Kenneth Landrieu asked a New Orleans judge to vacate his July conviction for aggravated assault and grant him a new trial Friday (Sept. 22), in part because he says his jury pool was “tainted beyond cure” because of ill will toward his relatives’ political dynasty.
Landrieu, 54, argued in a motion filed by defense attorney Justin Zitler that the “extremist” political views voiced by one prospective panelist during jury selection prevented him from receiving a fair trial.
Landrieu, the first cousin of New Orleans Mayor Mitch Landrieu and former Louisiana Sen. Mary Landrieu, was found guilty of aggravated assault with a firearm by a unanimous jury that deliberated less than two hours. Landrieu was accused of illegally pointing a gun at another motorist during what New Orleans police described as a road-rage incident in the Lower Garden District on Sept. 10, 2015.
Landrieu faces up to 10 years in prison for his felony conviction. Criminal District Judge Byron C. Williams had planned to sentence Landrieu on Friday, but the hearing was rescheduled to Dec. 1 after City Councilman Jason Williams and law associate Bobby Hjortsberg signed on to join Zitler and Thomas Calogero on Landrieu’s legal team.
Landrieu’s motion says Judge Byron C. Williams erred in his handling of the jury, and in his pre-trial and mid-trial rulings that prevented questions about a civil lawsuit filed against Landrieu and Orleans Parish Sheriff Marlin Gusman by Joseph Harris, the victim in the criminal case. It also says Williams did not correctly instruct jurors regarding a potential justification defense for Landrieu.
The defendant asserted at trial that he was acting under color of a peace officer at the time of the incident. But sheriff’s office attorney Blake Arcuri testified that a six-pointed badge and commission ID that Gusman issued to Landrieu in 2007 was “merely honorary.”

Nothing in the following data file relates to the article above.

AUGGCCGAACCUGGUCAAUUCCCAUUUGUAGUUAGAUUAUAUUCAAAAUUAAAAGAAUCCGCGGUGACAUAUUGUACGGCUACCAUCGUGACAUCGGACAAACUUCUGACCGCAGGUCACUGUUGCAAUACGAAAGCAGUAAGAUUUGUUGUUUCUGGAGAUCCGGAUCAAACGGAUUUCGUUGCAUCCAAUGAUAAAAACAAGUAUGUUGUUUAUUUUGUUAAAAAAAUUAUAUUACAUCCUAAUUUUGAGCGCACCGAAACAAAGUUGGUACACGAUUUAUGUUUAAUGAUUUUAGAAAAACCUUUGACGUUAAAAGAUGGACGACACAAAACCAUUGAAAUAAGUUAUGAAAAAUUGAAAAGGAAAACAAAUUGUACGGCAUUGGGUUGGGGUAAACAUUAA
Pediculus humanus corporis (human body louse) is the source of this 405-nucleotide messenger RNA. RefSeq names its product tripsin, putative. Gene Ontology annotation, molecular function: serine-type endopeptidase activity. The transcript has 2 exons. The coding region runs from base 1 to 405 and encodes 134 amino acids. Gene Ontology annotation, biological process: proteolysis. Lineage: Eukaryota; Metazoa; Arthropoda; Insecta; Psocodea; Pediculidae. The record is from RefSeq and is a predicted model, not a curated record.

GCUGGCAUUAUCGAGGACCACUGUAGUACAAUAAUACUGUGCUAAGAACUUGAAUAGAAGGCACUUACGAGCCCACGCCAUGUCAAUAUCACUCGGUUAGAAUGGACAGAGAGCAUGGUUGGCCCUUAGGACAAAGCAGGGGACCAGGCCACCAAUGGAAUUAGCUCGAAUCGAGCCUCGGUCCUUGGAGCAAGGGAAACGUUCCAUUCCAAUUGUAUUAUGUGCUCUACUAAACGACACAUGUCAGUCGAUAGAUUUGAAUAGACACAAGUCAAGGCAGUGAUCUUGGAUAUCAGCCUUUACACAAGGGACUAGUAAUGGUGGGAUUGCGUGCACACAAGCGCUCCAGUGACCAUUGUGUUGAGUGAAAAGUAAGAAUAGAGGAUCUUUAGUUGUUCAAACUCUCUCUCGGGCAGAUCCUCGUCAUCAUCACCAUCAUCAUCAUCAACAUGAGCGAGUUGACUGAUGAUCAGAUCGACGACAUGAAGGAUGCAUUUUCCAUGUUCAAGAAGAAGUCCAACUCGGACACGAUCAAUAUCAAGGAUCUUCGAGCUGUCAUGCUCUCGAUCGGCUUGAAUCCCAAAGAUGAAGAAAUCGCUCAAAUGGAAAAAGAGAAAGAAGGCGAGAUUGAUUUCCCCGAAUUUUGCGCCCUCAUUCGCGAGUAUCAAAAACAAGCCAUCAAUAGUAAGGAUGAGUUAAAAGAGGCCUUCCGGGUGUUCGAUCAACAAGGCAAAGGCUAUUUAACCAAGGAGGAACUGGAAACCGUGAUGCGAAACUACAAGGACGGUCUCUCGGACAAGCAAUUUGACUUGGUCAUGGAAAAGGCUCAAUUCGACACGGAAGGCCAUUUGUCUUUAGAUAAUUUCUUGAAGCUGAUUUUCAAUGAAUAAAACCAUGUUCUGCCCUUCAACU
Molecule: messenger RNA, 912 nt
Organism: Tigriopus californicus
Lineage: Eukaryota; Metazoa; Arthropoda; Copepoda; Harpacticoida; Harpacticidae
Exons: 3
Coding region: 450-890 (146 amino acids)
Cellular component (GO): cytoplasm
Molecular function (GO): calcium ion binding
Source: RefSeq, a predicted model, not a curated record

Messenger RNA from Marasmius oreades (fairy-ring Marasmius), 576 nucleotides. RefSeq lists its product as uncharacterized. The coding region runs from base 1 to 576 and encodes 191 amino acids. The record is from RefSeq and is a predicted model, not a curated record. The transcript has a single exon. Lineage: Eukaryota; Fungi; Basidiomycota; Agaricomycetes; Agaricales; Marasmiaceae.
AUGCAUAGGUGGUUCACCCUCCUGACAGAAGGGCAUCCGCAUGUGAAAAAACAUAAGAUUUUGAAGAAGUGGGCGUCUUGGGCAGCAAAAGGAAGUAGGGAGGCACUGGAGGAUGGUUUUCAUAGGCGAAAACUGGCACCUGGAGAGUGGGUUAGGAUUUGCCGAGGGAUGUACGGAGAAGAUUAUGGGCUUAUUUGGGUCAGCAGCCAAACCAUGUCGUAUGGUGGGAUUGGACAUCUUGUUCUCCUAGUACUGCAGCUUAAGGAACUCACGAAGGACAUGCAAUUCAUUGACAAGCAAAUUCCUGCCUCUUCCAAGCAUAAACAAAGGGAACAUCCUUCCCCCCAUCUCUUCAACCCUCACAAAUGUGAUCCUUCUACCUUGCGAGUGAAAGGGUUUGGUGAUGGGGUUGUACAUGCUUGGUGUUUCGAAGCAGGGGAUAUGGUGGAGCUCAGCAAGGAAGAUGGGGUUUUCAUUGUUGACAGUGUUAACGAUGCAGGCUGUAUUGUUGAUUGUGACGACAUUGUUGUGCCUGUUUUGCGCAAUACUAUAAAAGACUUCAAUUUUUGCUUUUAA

The court filing pointedly says that the Metairie man was unable to get a fair trial from his Orleans Parish jury because of his family’s politically charged name.
The motion read as follows:
“The court failed to excuse the jury pool when a prospective juror went out of his way during voir dire to show political and societal animus to the defendant’s family. The juror falsely accused (Calogero) of making statements in support of removing the Confederate monuments. And the juror showed such a high level of animus toward relatives of the defendant – namely Mitch, Mary and Moon Landrieu – that he was admonished by the court.
“Essentially normalizing extremist views, he gave license to the entire jury pool to release their frustration at the Landrieu politicians by punishing defendant with an ill-conceived but nonetheless cathartic prejudice.
“The normalization of the vindictive role that juries sometimes take on was exploited successfully by the state in its closing, associating defendant’s actions with the perceived insulation of politicians as being ‘above the law.’ This is precisely the kind of political taint, normalized by the rant of one prospective juror, which caused the defense to press for a bench trial. The jury pool itself was tainted beyond cure.”
Landrieu contended he was serving the public good and acting under proper legal authority when he pursued and stopped Harris’ car about 5:40 p.m. on Sept. 10, 2015. Landrieu gave a recorded statement to NOPD Detective Walter Edmond in which he accused Harris of nearly striking him and his car when Harris passed him on Magazine Street, and admitted pulling a small pistol out of his pocket once he cut off Harris’ car on Sophie B. Wright Place.
Harris, a set dresser in the local film industry, testified that Landrieu leapt from his baby blue Cadillac with his gun already drawn. He said he feared for his life as Landrieu cocked and pointed the weapon at him while “beet-red, angry” and screaming profanities.
“He said, ‘Pull your car over here. I’m going to call my boys to search your car. We’re going to take you to jail,'” Harris testified.
Harris said that when Landrieu raised his .25-caliber handgun in his direction again, he decided to go “into full submission.”
“I said, ‘I won’t say another word,'” Harris testified. “He puffed out his chest and said, ‘Good,’ and then he got back in his car and drove away.”
Both men agreed that Landrieu had affixed a six-pointed star badge to the collar of his orange shirt before confronting Harris. Landrieu’s attorneys argued that the wallet commission card that came with the badge empowered “Deputy Landrieu,” as they repeatedly called him throughout the trial, with authority to act under color of law. But Arcuri testified that honorary badges and commissions carry no authority for the bearer to act as a law-enforcement officer.
The motion for new trial says Landrieu had received “no notice whatsoever … nor any opportunity to be heard” that his reserve deputy commission was “merely honorary,” thus depriving him of due process rights.
Williams said he will rule on Landrieu’s motion on Oct. 20.